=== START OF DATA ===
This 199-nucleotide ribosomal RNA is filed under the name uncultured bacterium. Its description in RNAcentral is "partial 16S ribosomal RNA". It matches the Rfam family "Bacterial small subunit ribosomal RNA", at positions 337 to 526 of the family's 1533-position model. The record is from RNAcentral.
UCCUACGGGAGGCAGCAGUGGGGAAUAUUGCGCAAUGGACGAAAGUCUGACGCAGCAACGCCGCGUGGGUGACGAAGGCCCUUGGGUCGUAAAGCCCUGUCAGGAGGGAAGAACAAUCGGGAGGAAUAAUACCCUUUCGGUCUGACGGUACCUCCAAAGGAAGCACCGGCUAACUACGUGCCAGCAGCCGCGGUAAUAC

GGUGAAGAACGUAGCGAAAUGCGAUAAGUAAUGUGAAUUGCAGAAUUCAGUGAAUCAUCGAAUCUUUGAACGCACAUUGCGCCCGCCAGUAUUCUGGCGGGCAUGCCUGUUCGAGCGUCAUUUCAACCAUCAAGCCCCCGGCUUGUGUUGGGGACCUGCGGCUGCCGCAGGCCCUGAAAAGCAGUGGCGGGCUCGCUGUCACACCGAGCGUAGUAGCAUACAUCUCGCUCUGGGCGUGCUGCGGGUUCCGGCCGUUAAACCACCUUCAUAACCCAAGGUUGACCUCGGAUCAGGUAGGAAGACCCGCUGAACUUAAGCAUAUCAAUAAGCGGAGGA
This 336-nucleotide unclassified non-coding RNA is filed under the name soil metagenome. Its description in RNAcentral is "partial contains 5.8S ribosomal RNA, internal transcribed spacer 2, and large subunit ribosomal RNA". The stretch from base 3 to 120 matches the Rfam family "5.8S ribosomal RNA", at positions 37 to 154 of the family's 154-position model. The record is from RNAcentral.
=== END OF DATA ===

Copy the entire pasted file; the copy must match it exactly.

This 199-nucleotide ribosomal RNA is filed under the name uncultured bacterium. Its description in RNAcentral is "partial 16S ribosomal RNA". It matches the Rfam family "Bacterial small subunit ribosomal RNA", at positions 337 to 526 of the family's 1533-position model. The record is from RNAcentral.
UCCUACGGGAGGCAGCAGUGGGGAAUAUUGCGCAAUGGACGAAAGUCUGACGCAGCAACGCCGCGUGGGUGACGAAGGCCCUUGGGUCGUAAAGCCCUGUCAGGAGGGAAGAACAAUCGGGAGGAAUAAUACCCUUUCGGUCUGACGGUACCUCCAAAGGAAGCACCGGCUAACUACGUGCCAGCAGCCGCGGUAAUAC

GGUGAAGAACGUAGCGAAAUGCGAUAAGUAAUGUGAAUUGCAGAAUUCAGUGAAUCAUCGAAUCUUUGAACGCACAUUGCGCCCGCCAGUAUUCUGGCGGGCAUGCCUGUUCGAGCGUCAUUUCAACCAUCAAGCCCCCGGCUUGUGUUGGGGACCUGCGGCUGCCGCAGGCCCUGAAAAGCAGUGGCGGGCUCGCUGUCACACCGAGCGUAGUAGCAUACAUCUCGCUCUGGGCGUGCUGCGGGUUCCGGCCGUUAAACCACCUUCAUAACCCAAGGUUGACCUCGGAUCAGGUAGGAAGACCCGCUGAACUUAAGCAUAUCAAUAAGCGGAGGA
This 336-nucleotide unclassified non-coding RNA is filed under the name soil metagenome. Its description in RNAcentral is "partial contains 5.8S ribosomal RNA, internal transcribed spacer 2, and large subunit ribosomal RNA". The stretch from base 3 to 120 matches the Rfam family "5.8S ribosomal RNA", at positions 37 to 154 of the family's 154-position model. The record is from RNAcentral.